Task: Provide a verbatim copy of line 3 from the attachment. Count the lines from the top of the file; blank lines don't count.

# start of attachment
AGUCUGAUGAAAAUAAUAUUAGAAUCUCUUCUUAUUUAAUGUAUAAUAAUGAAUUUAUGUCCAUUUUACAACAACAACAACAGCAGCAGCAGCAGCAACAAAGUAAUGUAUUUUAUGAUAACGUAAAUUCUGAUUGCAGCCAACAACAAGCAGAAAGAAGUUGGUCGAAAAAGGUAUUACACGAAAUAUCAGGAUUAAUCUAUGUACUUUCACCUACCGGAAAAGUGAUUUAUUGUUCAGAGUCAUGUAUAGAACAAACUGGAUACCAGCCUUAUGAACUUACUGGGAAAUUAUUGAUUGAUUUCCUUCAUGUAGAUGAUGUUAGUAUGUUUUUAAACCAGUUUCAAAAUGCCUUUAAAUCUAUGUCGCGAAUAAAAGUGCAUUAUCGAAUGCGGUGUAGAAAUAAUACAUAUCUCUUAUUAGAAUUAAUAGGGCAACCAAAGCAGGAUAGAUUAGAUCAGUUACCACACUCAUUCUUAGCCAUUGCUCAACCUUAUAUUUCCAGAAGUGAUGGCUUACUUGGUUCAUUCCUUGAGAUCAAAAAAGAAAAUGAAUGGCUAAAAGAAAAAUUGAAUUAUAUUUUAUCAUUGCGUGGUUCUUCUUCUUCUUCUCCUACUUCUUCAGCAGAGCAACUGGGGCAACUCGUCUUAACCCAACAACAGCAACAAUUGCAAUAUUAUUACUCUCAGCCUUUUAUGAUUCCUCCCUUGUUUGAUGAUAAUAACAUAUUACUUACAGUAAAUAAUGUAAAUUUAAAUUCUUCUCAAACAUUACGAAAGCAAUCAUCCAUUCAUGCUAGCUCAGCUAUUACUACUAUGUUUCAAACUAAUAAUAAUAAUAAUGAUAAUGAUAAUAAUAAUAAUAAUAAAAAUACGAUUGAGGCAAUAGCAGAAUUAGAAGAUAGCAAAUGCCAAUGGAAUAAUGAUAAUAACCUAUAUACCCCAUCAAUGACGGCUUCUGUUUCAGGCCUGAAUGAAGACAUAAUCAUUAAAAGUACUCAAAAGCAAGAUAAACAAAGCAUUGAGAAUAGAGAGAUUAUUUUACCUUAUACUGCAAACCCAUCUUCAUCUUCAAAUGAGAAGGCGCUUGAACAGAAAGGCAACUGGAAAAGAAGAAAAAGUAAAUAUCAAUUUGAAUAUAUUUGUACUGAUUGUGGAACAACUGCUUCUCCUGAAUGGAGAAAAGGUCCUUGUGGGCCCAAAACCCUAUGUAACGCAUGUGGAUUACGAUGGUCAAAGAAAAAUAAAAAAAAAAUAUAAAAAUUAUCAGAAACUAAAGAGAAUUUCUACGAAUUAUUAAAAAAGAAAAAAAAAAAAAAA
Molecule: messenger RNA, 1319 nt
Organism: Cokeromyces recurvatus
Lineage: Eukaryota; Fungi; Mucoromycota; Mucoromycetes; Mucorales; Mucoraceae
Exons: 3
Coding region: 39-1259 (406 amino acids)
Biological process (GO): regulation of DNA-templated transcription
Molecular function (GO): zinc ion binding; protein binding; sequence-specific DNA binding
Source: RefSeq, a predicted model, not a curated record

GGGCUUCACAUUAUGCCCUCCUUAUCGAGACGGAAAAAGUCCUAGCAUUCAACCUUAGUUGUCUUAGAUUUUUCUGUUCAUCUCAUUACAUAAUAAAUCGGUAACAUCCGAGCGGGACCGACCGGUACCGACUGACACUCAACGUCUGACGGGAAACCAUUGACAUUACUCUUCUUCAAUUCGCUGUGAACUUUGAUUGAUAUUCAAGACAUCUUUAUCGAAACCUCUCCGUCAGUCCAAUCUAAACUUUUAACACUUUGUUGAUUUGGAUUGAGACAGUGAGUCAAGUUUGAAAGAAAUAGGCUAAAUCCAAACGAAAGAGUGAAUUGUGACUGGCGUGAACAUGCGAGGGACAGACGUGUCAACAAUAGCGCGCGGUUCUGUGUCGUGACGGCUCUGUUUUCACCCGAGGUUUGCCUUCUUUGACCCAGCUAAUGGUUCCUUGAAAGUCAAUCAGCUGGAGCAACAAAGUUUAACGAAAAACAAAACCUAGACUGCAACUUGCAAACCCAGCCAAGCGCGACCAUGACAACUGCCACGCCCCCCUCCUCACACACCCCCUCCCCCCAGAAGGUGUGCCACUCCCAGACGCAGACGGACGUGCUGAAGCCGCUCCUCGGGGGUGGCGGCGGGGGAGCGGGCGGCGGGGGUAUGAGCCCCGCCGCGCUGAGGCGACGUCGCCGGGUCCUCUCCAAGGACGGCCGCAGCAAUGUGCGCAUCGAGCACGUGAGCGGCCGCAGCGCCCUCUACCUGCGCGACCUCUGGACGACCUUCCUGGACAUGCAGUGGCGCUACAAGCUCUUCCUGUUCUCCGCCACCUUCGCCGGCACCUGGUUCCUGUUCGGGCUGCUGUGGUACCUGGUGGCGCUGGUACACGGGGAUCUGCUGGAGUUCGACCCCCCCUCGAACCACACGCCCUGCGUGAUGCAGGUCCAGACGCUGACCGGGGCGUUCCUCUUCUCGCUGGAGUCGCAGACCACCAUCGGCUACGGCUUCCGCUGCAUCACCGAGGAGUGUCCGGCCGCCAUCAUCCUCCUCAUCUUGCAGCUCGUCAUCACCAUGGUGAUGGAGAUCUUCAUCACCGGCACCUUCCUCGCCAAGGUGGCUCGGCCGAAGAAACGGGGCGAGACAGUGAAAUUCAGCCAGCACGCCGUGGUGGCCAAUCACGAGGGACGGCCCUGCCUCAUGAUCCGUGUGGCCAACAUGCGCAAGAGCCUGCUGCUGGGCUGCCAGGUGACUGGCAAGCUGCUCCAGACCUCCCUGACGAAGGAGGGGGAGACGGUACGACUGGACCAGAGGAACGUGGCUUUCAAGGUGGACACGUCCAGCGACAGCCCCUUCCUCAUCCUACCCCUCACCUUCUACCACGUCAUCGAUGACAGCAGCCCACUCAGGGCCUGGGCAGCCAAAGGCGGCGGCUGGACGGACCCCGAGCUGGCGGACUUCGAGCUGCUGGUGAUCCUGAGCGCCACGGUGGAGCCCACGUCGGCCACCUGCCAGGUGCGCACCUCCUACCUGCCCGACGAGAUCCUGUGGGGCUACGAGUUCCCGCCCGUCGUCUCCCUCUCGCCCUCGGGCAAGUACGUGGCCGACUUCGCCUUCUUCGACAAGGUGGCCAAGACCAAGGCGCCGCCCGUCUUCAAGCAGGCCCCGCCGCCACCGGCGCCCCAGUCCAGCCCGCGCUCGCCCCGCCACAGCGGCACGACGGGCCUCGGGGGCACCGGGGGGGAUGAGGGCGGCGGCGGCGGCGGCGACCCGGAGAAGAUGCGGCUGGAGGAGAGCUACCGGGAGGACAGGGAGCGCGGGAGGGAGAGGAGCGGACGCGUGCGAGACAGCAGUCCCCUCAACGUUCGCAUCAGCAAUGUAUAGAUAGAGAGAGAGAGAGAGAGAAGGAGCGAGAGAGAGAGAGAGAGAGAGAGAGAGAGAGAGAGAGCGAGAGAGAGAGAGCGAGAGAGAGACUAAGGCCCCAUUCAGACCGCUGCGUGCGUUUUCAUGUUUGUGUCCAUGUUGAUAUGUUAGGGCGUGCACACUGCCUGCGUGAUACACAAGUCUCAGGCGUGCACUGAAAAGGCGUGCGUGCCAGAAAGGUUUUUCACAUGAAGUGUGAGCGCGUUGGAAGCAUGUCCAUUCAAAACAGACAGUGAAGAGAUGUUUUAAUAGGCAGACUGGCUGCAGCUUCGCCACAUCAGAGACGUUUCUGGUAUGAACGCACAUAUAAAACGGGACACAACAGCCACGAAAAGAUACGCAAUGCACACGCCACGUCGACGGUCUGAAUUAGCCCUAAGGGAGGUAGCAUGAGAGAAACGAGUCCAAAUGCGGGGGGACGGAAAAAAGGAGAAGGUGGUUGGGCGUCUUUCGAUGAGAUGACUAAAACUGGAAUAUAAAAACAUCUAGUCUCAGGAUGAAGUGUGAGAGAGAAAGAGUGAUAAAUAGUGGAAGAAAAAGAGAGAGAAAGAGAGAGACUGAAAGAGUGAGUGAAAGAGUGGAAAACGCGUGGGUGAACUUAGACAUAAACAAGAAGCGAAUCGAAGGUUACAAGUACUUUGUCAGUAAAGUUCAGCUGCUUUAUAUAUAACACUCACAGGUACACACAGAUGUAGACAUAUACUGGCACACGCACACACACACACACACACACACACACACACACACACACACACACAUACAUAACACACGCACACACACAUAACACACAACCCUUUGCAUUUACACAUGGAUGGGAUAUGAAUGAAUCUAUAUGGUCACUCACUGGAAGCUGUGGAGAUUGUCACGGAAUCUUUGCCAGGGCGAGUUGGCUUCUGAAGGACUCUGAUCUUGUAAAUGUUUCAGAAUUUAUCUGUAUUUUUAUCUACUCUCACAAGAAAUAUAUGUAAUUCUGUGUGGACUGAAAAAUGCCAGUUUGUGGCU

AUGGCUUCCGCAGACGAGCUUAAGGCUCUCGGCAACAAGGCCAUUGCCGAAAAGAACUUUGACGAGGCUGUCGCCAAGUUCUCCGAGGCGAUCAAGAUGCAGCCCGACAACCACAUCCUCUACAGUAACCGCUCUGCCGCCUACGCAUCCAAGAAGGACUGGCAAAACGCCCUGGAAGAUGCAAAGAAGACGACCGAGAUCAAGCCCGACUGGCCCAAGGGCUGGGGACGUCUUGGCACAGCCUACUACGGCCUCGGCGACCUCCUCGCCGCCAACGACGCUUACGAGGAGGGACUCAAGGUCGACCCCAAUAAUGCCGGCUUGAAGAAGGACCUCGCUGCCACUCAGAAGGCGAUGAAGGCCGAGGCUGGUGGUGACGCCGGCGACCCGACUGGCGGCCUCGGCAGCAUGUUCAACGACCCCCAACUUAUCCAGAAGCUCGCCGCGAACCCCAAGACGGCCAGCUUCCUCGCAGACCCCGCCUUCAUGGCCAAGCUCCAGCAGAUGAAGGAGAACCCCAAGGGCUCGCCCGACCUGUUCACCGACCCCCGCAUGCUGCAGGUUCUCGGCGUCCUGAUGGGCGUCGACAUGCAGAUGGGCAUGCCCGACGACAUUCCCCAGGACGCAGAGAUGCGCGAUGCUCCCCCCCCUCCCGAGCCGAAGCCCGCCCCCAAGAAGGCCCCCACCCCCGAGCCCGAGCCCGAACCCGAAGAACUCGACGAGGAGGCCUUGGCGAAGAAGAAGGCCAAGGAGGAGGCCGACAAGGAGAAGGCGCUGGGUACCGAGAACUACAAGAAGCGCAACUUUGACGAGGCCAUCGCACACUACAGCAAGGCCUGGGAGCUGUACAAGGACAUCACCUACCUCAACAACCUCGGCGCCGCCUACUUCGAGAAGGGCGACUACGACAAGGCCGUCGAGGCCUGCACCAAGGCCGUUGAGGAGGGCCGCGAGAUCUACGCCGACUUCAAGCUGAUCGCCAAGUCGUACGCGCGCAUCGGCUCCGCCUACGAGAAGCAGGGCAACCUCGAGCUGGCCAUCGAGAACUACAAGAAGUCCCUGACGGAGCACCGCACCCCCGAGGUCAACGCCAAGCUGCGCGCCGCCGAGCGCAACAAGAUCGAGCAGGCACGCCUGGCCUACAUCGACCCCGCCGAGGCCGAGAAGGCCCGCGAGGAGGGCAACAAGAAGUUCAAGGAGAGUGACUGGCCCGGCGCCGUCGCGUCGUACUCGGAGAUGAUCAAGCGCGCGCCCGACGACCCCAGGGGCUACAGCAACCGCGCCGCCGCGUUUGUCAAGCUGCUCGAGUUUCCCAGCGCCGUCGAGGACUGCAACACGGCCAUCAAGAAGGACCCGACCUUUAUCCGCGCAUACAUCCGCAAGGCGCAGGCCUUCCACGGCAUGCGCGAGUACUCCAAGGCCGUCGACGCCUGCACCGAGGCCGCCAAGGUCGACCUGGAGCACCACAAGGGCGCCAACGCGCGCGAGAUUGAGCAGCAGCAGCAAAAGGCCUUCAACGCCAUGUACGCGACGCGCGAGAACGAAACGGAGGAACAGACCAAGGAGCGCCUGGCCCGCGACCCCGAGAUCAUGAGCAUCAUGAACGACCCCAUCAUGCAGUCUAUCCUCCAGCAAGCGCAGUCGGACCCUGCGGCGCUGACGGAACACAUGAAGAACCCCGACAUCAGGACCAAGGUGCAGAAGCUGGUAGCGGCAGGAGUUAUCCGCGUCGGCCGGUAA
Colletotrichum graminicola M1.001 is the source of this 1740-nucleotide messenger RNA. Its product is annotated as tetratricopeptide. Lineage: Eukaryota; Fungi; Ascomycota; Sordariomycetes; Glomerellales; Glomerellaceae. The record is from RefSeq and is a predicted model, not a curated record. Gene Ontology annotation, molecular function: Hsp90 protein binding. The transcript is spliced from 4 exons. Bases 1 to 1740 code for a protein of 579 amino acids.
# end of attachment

Organism: Cokeromyces recurvatus